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FREE SPEECH FOR THEE?

Cruel and unusual?

  • Death-Penalty-Ohio-36

    The death chamber at the Southern Ohio Correctional Facility.

    ASSOCIATED PRESS

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    Ohio death row inmate Alva Campbell, who uses a walker and an external colostomy bag, had his execution date pushed after prison staff were unable to find a suitable vein.

    Ohioans to Stop Executions

The late Justice William Brennan once told civil libertarian Nat Hentoff, “The evolving human standards of human decency will finally lead to the abolition of the death penalty in this country.”

No such evolution has occurred in this country, particularly in the state of Ohio. Instead, lethal injection has replaced a number of other execution methods — firing squads, gas chambers, electric chairs — in the hopes it might offer a humane way for us to execute people.

However, executions across the country continue to use methods that do not provide a humane end for condemned inmates. Even where the executions were successful, witnesses have reported that prisoners displayed a great deal of distress before dying.

The state of Ohio plays a major part in this story, having botched an execution last week at the Southern Ohio Correctional Facility at Lucasville.

AlvaCampbell-jpg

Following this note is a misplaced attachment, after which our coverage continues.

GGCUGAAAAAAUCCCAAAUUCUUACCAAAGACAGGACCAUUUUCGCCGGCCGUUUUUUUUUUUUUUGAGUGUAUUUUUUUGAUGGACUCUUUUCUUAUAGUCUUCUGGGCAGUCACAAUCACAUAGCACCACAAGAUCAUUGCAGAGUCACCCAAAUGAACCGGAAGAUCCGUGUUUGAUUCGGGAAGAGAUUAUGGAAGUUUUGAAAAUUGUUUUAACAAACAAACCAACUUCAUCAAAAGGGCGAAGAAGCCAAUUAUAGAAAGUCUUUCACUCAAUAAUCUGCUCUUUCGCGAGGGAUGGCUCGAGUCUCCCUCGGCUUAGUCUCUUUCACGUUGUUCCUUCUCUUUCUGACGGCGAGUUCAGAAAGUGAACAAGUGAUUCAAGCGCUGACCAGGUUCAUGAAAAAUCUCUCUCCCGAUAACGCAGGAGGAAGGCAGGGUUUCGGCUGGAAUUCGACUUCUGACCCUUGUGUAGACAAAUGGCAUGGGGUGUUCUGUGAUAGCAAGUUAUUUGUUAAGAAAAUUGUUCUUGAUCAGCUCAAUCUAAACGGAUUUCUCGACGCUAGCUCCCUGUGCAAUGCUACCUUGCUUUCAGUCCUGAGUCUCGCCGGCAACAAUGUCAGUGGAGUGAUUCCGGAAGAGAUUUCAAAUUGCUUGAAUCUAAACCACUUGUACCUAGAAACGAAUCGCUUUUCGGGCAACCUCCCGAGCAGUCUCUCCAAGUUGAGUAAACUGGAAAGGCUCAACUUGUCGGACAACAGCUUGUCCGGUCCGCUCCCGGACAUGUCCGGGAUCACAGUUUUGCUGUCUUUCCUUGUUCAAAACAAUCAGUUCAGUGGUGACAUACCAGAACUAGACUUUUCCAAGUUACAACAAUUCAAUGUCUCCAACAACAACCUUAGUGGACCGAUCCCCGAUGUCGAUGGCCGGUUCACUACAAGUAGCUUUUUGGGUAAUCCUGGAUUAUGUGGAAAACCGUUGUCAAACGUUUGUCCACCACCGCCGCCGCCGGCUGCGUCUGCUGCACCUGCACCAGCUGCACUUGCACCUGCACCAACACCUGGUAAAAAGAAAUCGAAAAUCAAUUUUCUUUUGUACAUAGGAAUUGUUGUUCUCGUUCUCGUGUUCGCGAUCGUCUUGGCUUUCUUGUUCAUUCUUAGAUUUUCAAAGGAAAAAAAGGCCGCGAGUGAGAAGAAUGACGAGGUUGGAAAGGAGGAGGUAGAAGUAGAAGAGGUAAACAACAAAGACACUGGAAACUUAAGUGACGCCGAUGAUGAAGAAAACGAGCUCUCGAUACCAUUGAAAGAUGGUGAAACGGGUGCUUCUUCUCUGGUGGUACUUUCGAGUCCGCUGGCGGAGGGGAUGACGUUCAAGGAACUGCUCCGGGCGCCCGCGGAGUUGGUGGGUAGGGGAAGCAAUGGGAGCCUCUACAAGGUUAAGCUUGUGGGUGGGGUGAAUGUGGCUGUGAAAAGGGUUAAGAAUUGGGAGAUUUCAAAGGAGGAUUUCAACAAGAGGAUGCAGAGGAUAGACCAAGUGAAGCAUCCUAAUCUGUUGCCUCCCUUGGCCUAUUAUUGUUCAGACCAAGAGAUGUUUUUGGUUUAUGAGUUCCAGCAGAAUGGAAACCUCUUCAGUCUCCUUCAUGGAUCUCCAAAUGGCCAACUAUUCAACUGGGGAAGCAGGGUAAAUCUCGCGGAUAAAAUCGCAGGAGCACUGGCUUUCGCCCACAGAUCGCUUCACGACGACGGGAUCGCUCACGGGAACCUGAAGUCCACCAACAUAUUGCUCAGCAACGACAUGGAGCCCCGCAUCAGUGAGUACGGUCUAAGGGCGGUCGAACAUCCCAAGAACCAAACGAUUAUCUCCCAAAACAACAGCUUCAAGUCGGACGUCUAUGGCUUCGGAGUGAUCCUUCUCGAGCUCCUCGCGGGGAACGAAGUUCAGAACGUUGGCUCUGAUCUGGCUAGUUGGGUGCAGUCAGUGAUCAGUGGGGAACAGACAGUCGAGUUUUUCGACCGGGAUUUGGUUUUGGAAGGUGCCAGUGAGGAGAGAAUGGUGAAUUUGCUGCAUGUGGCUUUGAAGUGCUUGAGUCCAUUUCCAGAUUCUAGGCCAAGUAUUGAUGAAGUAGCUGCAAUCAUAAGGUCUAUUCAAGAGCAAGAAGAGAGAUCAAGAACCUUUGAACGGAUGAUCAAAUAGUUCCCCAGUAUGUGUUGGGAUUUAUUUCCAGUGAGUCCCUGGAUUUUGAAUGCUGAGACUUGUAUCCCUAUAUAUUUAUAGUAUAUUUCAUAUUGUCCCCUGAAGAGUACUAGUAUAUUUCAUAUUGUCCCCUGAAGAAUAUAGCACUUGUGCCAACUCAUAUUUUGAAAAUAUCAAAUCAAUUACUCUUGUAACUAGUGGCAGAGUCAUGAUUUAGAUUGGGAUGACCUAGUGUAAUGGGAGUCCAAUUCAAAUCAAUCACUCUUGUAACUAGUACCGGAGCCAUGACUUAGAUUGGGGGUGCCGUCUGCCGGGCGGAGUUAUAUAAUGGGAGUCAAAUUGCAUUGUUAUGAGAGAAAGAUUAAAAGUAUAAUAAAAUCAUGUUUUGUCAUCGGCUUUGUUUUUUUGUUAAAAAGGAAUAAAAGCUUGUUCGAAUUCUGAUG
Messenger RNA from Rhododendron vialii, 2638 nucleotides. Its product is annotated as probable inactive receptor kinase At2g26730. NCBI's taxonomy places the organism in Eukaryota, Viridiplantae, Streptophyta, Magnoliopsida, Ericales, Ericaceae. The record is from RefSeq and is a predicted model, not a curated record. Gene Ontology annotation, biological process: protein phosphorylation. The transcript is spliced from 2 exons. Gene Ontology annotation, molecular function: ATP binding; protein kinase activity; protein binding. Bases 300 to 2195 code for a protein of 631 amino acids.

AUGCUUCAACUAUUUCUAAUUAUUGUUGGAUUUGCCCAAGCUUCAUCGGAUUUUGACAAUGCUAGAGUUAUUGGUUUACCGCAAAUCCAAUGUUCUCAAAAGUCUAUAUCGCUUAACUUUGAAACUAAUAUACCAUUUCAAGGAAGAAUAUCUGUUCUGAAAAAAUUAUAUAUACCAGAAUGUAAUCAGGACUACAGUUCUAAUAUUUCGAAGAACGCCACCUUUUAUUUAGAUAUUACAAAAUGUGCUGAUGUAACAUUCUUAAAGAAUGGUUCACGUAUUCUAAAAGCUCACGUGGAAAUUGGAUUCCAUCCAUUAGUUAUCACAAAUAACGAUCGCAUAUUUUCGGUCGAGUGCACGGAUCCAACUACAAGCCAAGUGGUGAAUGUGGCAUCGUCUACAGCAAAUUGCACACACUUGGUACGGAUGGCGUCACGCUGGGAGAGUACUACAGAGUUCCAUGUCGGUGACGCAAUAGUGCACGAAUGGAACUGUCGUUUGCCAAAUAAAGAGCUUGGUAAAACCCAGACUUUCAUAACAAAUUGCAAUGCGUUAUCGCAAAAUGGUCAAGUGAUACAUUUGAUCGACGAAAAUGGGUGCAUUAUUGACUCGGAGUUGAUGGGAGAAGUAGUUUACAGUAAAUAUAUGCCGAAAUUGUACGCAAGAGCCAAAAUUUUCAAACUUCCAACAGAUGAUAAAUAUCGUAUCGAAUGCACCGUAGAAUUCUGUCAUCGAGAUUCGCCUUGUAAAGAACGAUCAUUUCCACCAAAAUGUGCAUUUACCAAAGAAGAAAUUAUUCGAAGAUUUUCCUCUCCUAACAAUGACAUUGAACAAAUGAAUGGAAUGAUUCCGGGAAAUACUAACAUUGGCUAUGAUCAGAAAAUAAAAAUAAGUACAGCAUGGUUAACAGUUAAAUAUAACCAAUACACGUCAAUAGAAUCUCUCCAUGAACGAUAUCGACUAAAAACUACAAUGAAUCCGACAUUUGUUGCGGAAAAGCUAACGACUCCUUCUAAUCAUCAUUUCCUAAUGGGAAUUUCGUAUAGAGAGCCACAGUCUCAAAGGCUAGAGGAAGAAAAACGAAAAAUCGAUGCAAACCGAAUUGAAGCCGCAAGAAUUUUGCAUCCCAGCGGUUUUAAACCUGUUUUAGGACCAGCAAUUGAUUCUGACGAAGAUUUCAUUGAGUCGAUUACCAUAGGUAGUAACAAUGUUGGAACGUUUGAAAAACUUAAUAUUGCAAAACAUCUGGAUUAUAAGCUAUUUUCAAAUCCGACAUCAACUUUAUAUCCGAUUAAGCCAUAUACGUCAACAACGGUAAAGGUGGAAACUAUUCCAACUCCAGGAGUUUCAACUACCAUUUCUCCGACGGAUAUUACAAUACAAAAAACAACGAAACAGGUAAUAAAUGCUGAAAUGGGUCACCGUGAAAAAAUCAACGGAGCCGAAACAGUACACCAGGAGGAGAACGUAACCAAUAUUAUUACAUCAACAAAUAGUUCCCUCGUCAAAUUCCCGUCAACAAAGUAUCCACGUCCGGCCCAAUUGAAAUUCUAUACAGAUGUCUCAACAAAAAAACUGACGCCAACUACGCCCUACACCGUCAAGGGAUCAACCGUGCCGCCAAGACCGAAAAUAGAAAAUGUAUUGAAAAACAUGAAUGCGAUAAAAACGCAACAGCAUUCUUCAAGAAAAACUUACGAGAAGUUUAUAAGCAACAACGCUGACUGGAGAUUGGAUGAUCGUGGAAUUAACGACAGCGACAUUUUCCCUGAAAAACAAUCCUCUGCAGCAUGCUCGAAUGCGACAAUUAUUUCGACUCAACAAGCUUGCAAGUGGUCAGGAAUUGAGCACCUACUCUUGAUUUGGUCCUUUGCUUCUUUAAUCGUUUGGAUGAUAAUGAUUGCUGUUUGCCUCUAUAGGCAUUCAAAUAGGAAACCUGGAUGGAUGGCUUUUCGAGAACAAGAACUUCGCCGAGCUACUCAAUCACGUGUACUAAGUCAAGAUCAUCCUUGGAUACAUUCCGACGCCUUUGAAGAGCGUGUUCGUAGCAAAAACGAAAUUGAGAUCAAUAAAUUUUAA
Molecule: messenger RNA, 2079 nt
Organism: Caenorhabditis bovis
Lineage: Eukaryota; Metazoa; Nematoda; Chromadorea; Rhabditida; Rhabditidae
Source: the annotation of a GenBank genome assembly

Ohio death row inmate Alva Campbell, who uses a walker and an external colostomy bag, had his execution date pushed after prison staff were unable to find a suitable vein.

Ohioans to Stop Executions Enlarge

Alva Campbell, a 69-year-old convicted murderer, was scheduled to be executed on Nov. 15. Campbell’s execution was set for that morning, despite protests from his lawyers, who argued that Campbell’s chronic health issues could pose a major problem.

Campbell uses a walker and an external colostomy bag, and he requires four oxygen treatments a day. According to The Intercept’s Liliana Segura, “Of particularly grave concern were Campbell’s veins, which his attorneys repeatedly said were not viable for inserting an IV.”


VIDEO: Ohioans to Stop Executions argue that Campbell is too sick to be executed

The Ohio Department of Corrections made some accommodations. Campbell was provided a special pillow meant to assist his breathing as he lay on the gurney on which he would be executed by lethal injection.

But Campbell was not executed on Nov. 15.

According to his attorney, prison staff searched all over Campbell’s body for a usable vein, prodding his body many times with needle pricks. Campbell’s attorney said that the last needle prick, administered to Campbell’s right shin, caused his client to “throw his head back and cry out in pain.”

Campbell was returned to his cell at the Chillicothe Correctional Institution and, shortly thereafter, Gov. John Kasich rescheduled Campbell’s execution for June 5, 2019.

Campbell is the second Ohio death row inmate to leave the execution chamber alive in the past decade. On Sept. 15, 2009, prison staff searched for two hours to find a suitable vein on Romell Broom. Eighteen attempts were made to insert an IV into Broom, all of which failed.

The attempted to execution proved to be traumatic for both Broom and the prison staff. A woman — known only as Execution Team Member 9 — ran from the chamber after a failed attempt to find a vein caused blood to run down Broom’s arm.